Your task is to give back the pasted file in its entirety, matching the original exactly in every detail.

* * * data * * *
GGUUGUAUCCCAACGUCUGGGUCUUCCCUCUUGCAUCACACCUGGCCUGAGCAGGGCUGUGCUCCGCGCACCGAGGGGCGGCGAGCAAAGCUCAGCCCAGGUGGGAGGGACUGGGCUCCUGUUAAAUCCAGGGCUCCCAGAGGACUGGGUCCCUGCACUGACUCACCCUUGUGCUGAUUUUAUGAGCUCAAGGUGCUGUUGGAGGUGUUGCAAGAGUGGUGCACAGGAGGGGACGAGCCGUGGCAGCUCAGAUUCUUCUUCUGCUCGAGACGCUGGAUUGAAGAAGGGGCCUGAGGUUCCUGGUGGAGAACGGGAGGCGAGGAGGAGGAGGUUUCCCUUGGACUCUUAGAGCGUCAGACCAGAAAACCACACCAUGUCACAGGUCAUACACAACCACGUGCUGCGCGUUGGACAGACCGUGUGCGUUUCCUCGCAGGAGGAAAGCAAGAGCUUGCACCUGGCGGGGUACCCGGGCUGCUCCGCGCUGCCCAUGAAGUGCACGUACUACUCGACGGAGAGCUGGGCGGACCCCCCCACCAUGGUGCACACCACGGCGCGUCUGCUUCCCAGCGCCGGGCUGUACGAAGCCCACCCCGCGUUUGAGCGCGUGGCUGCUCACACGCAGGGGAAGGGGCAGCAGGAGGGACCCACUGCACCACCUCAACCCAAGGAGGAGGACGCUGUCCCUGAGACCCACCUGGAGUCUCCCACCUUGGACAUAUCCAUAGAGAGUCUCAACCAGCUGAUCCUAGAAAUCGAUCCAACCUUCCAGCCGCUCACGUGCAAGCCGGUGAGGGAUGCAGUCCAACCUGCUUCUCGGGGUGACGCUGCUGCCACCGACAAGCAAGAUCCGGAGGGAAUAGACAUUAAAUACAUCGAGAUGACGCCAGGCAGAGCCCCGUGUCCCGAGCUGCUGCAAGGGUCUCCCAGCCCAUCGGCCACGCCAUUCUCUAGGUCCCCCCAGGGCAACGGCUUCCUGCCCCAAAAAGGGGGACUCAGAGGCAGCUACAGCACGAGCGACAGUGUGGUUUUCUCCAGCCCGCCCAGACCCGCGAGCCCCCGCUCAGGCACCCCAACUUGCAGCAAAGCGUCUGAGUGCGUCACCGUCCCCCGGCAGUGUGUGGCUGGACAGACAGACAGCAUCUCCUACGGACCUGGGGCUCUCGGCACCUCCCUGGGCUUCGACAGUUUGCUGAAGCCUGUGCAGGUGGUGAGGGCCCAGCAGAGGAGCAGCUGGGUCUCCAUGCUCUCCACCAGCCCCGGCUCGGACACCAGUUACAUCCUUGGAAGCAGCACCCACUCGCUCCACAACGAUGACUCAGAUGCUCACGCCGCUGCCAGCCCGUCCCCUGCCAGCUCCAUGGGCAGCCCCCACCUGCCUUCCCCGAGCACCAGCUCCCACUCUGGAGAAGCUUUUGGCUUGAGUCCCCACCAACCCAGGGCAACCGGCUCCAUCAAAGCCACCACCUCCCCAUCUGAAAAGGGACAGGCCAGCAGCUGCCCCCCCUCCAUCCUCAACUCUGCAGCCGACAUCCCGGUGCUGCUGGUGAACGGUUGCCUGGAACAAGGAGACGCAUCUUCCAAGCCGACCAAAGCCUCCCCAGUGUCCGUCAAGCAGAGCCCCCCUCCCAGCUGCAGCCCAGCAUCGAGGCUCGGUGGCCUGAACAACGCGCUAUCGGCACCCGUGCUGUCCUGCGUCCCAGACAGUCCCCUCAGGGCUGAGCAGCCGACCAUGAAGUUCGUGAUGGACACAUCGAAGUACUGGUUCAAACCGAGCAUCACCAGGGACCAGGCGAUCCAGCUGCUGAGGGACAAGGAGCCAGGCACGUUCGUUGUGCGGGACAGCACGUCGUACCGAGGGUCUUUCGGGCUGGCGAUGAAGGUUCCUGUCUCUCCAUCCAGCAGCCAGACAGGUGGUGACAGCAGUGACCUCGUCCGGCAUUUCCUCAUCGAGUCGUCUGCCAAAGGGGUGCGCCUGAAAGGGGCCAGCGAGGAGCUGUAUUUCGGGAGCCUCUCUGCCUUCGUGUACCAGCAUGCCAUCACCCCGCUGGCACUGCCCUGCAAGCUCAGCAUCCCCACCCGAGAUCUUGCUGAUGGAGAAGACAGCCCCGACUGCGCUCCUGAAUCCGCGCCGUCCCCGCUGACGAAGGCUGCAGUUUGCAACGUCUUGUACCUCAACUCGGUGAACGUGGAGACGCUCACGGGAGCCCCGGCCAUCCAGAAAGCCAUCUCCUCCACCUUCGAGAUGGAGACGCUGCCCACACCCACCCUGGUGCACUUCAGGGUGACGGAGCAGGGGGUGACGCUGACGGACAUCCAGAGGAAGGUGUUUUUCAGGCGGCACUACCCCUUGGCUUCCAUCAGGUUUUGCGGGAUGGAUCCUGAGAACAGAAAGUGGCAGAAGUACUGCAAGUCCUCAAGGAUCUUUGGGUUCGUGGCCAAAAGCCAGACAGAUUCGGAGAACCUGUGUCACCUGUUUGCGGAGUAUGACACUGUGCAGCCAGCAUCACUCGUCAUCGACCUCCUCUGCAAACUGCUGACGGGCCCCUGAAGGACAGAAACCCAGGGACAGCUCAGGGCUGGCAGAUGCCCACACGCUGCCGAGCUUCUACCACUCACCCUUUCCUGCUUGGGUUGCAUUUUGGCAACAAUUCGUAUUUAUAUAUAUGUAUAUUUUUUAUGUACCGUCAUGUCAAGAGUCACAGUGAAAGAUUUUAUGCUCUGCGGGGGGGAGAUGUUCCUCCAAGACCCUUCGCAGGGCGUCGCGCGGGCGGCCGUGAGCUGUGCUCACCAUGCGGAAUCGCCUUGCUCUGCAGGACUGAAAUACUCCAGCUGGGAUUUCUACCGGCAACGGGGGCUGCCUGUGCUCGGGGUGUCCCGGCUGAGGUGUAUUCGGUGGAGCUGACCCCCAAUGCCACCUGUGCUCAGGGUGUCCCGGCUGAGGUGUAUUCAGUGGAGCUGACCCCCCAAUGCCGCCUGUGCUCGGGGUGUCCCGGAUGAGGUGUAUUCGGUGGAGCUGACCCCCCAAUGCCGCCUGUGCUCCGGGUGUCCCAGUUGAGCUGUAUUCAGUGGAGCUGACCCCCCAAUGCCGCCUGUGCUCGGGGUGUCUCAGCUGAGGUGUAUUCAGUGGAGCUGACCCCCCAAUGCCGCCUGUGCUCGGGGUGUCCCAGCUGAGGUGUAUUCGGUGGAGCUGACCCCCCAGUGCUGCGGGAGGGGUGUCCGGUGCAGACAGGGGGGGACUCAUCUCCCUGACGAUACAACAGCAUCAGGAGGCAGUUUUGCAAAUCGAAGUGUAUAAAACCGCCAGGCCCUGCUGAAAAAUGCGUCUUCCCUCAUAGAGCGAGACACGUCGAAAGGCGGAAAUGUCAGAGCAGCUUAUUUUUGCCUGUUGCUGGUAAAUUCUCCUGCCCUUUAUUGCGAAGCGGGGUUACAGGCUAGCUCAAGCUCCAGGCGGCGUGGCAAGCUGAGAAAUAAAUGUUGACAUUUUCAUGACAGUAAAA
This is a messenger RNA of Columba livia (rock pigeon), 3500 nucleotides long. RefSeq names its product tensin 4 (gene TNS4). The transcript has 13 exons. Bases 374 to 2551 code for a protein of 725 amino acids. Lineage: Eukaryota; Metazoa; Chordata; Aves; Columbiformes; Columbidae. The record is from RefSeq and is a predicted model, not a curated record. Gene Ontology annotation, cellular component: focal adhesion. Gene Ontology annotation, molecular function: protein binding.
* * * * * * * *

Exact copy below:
GGUUGUAUCCCAACGUCUGGGUCUUCCCUCUUGCAUCACACCUGGCCUGAGCAGGGCUGUGCUCCGCGCACCGAGGGGCGGCGAGCAAAGCUCAGCCCAGGUGGGAGGGACUGGGCUCCUGUUAAAUCCAGGGCUCCCAGAGGACUGGGUCCCUGCACUGACUCACCCUUGUGCUGAUUUUAUGAGCUCAAGGUGCUGUUGGAGGUGUUGCAAGAGUGGUGCACAGGAGGGGACGAGCCGUGGCAGCUCAGAUUCUUCUUCUGCUCGAGACGCUGGAUUGAAGAAGGGGCCUGAGGUUCCUGGUGGAGAACGGGAGGCGAGGAGGAGGAGGUUUCCCUUGGACUCUUAGAGCGUCAGACCAGAAAACCACACCAUGUCACAGGUCAUACACAACCACGUGCUGCGCGUUGGACAGACCGUGUGCGUUUCCUCGCAGGAGGAAAGCAAGAGCUUGCACCUGGCGGGGUACCCGGGCUGCUCCGCGCUGCCCAUGAAGUGCACGUACUACUCGACGGAGAGCUGGGCGGACCCCCCCACCAUGGUGCACACCACGGCGCGUCUGCUUCCCAGCGCCGGGCUGUACGAAGCCCACCCCGCGUUUGAGCGCGUGGCUGCUCACACGCAGGGGAAGGGGCAGCAGGAGGGACCCACUGCACCACCUCAACCCAAGGAGGAGGACGCUGUCCCUGAGACCCACCUGGAGUCUCCCACCUUGGACAUAUCCAUAGAGAGUCUCAACCAGCUGAUCCUAGAAAUCGAUCCAACCUUCCAGCCGCUCACGUGCAAGCCGGUGAGGGAUGCAGUCCAACCUGCUUCUCGGGGUGACGCUGCUGCCACCGACAAGCAAGAUCCGGAGGGAAUAGACAUUAAAUACAUCGAGAUGACGCCAGGCAGAGCCCCGUGUCCCGAGCUGCUGCAAGGGUCUCCCAGCCCAUCGGCCACGCCAUUCUCUAGGUCCCCCCAGGGCAACGGCUUCCUGCCCCAAAAAGGGGGACUCAGAGGCAGCUACAGCACGAGCGACAGUGUGGUUUUCUCCAGCCCGCCCAGACCCGCGAGCCCCCGCUCAGGCACCCCAACUUGCAGCAAAGCGUCUGAGUGCGUCACCGUCCCCCGGCAGUGUGUGGCUGGACAGACAGACAGCAUCUCCUACGGACCUGGGGCUCUCGGCACCUCCCUGGGCUUCGACAGUUUGCUGAAGCCUGUGCAGGUGGUGAGGGCCCAGCAGAGGAGCAGCUGGGUCUCCAUGCUCUCCACCAGCCCCGGCUCGGACACCAGUUACAUCCUUGGAAGCAGCACCCACUCGCUCCACAACGAUGACUCAGAUGCUCACGCCGCUGCCAGCCCGUCCCCUGCCAGCUCCAUGGGCAGCCCCCACCUGCCUUCCCCGAGCACCAGCUCCCACUCUGGAGAAGCUUUUGGCUUGAGUCCCCACCAACCCAGGGCAACCGGCUCCAUCAAAGCCACCACCUCCCCAUCUGAAAAGGGACAGGCCAGCAGCUGCCCCCCCUCCAUCCUCAACUCUGCAGCCGACAUCCCGGUGCUGCUGGUGAACGGUUGCCUGGAACAAGGAGACGCAUCUUCCAAGCCGACCAAAGCCUCCCCAGUGUCCGUCAAGCAGAGCCCCCCUCCCAGCUGCAGCCCAGCAUCGAGGCUCGGUGGCCUGAACAACGCGCUAUCGGCACCCGUGCUGUCCUGCGUCCCAGACAGUCCCCUCAGGGCUGAGCAGCCGACCAUGAAGUUCGUGAUGGACACAUCGAAGUACUGGUUCAAACCGAGCAUCACCAGGGACCAGGCGAUCCAGCUGCUGAGGGACAAGGAGCCAGGCACGUUCGUUGUGCGGGACAGCACGUCGUACCGAGGGUCUUUCGGGCUGGCGAUGAAGGUUCCUGUCUCUCCAUCCAGCAGCCAGACAGGUGGUGACAGCAGUGACCUCGUCCGGCAUUUCCUCAUCGAGUCGUCUGCCAAAGGGGUGCGCCUGAAAGGGGCCAGCGAGGAGCUGUAUUUCGGGAGCCUCUCUGCCUUCGUGUACCAGCAUGCCAUCACCCCGCUGGCACUGCCCUGCAAGCUCAGCAUCCCCACCCGAGAUCUUGCUGAUGGAGAAGACAGCCCCGACUGCGCUCCUGAAUCCGCGCCGUCCCCGCUGACGAAGGCUGCAGUUUGCAACGUCUUGUACCUCAACUCGGUGAACGUGGAGACGCUCACGGGAGCCCCGGCCAUCCAGAAAGCCAUCUCCUCCACCUUCGAGAUGGAGACGCUGCCCACACCCACCCUGGUGCACUUCAGGGUGACGGAGCAGGGGGUGACGCUGACGGACAUCCAGAGGAAGGUGUUUUUCAGGCGGCACUACCCCUUGGCUUCCAUCAGGUUUUGCGGGAUGGAUCCUGAGAACAGAAAGUGGCAGAAGUACUGCAAGUCCUCAAGGAUCUUUGGGUUCGUGGCCAAAAGCCAGACAGAUUCGGAGAACCUGUGUCACCUGUUUGCGGAGUAUGACACUGUGCAGCCAGCAUCACUCGUCAUCGACCUCCUCUGCAAACUGCUGACGGGCCCCUGAAGGACAGAAACCCAGGGACAGCUCAGGGCUGGCAGAUGCCCACACGCUGCCGAGCUUCUACCACUCACCCUUUCCUGCUUGGGUUGCAUUUUGGCAACAAUUCGUAUUUAUAUAUAUGUAUAUUUUUUAUGUACCGUCAUGUCAAGAGUCACAGUGAAAGAUUUUAUGCUCUGCGGGGGGGAGAUGUUCCUCCAAGACCCUUCGCAGGGCGUCGCGCGGGCGGCCGUGAGCUGUGCUCACCAUGCGGAAUCGCCUUGCUCUGCAGGACUGAAAUACUCCAGCUGGGAUUUCUACCGGCAACGGGGGCUGCCUGUGCUCGGGGUGUCCCGGCUGAGGUGUAUUCGGUGGAGCUGACCCCCAAUGCCACCUGUGCUCAGGGUGUCCCGGCUGAGGUGUAUUCAGUGGAGCUGACCCCCCAAUGCCGCCUGUGCUCGGGGUGUCCCGGAUGAGGUGUAUUCGGUGGAGCUGACCCCCCAAUGCCGCCUGUGCUCCGGGUGUCCCAGUUGAGCUGUAUUCAGUGGAGCUGACCCCCCAAUGCCGCCUGUGCUCGGGGUGUCUCAGCUGAGGUGUAUUCAGUGGAGCUGACCCCCCAAUGCCGCCUGUGCUCGGGGUGUCCCAGCUGAGGUGUAUUCGGUGGAGCUGACCCCCCAGUGCUGCGGGAGGGGUGUCCGGUGCAGACAGGGGGGGACUCAUCUCCCUGACGAUACAACAGCAUCAGGAGGCAGUUUUGCAAAUCGAAGUGUAUAAAACCGCCAGGCCCUGCUGAAAAAUGCGUCUUCCCUCAUAGAGCGAGACACGUCGAAAGGCGGAAAUGUCAGAGCAGCUUAUUUUUGCCUGUUGCUGGUAAAUUCUCCUGCCCUUUAUUGCGAAGCGGGGUUACAGGCUAGCUCAAGCUCCAGGCGGCGUGGCAAGCUGAGAAAUAAAUGUUGACAUUUUCAUGACAGUAAAA
This is a messenger RNA of Columba livia (rock pigeon), 3500 nucleotides long. RefSeq names its product tensin 4 (gene TNS4). The transcript has 13 exons. Bases 374 to 2551 code for a protein of 725 amino acids. Lineage: Eukaryota; Metazoa; Chordata; Aves; Columbiformes; Columbidae. The record is from RefSeq and is a predicted model, not a curated record. Gene Ontology annotation, cellular component: focal adhesion. Gene Ontology annotation, molecular function: protein binding.